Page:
Nearly a decade after research firms predicted major cost savings and clinical benefits from the use of health-IT, adoption rates among U.S. medical providers remain sluggish, with the industry slow to embrace the big-data movement.
Electronic health record (EHR) adoption has been fastest at larger, more technology-savvy medical organizations, while smaller practitioners -- which make up the bulk of U.S. clinicians -- have been slow on the health-IT uptake for a variety of reasons, chief among them the cost, but also the training time and effort needed to make the move from paper. Those that don't adopt EHRs by 2015 face decreased government reimbursements for Medicare patients under existing law.
Questions surrounding the effectiveness and financial impact of EHRs were raised in a January report from RAND Corp., which reconsidered its 2005 prediction that health-IT, including EHRs, could save the U.S. approximately US$81 billion annually. The new report on the technology noted that health costs have increased since the 2005 research and called the clinical benefits "mixed."
But there are EHR success stories such as Kaiser Permanente and the Cleveland Clinic, and some health-care providers are rapidly embracing the benefits that big-data analytics brings to clinical medicine.
"The government is pushing [EHR use] along and it's becoming a standard of care," said Tom Handler, research director of Gartner's health-care provider analyst group and a former physician. "At some point in the near future, not heading down the path of an EHR [system] will not serve an organization well."
Long-term use of health-IT can lead to reduced care costs, even if expenses initially increase, he said.
In addition to the cost of the EHR system itself, its use could also increase medical costs by reminding doctors to order required tests that they forgot, he said. But this detailed care should lead to healthier patients who need less expensive medical treatments overall. For instance, an EHR system that reminds a doctor to contact a diabetic patient to schedule an appointment could lead to lower long-term care costs if the software ultimately helps to prevent the need for the patient to have a foot amputated, he said.
The U.S. government is nudging providers to adopt health-IT and is picking up some of the tab for EHR deployments. Costs for a system vary widely, from tens of thousands of dollars for a small practice to upwards of $1 billion for a major system implementation.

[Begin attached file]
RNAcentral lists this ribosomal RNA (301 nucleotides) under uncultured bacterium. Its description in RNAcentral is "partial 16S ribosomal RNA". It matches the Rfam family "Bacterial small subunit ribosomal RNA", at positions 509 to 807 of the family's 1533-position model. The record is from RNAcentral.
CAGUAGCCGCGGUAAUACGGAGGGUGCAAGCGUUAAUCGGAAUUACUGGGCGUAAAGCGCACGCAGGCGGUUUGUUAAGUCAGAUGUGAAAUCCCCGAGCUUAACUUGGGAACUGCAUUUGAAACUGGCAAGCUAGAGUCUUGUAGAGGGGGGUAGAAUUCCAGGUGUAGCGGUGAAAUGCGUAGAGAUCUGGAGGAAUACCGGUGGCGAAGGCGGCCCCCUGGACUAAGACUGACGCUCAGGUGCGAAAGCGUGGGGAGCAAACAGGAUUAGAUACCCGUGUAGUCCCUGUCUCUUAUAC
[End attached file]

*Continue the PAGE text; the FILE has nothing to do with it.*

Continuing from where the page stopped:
As part of the American Recovery and Reinvestment Act, the government dedicated $20.6 billion to EHR projects. Providers must show that EHR use improved health care through a series of reimbursement guidelines called meaningful use. The first phase dealt with purchasing and rolling out EHR systems and began in 2011. The second phase includes data interoperability provisions and started this year. Phase three covers improving outcomes and starts in 2015.
EHR use is greatest at multidisciplinary practices with more than 50 doctors, Handler says. At smaller clinics the adoption rate is between 5 percent and 10 percent, he says, adding that 75 percent of U.S. physicians practice in groups of five or fewer doctors.
As smaller practices merge, Handler sees the EHR adoption rate rising, but "100 percent EHR adoption could be another decade."
Most providers are familiarizing themselves with EHRs but only a few organizations are delving into data projects, said Jed Weissberg, senior vice president, hospitals, quality and care delivery excellence and a doctor at Kaiser Permanente, a 9 million-member health plan and care provider in Oakland, California. "The rest of American medicine is getting on the platform and getting up to speed."
But incorporating EHRs into health care does not automatically translate into robust data analysis. IT vendors, hospital executives and physicians pose unique challenges to getting big data into medicine.
Core EHRs "are still mainly used for documentation of individual patient visits and don't contain all the data you might like," Weissberg said.
At Kaiser, which completed rolling out its Epic Systems-powered EHR system, Kaiser Permanente HealthConnect, to its 37 hospitals and 533 medical offices in 2010, EHRs lacked the ability to capture pain and functionality data on patients who had joint surgery, for instance. Post-surgery metrics could be placed in a database that could help potential joint surgery patients learn how people with similar clinical conditions benefited from the operation.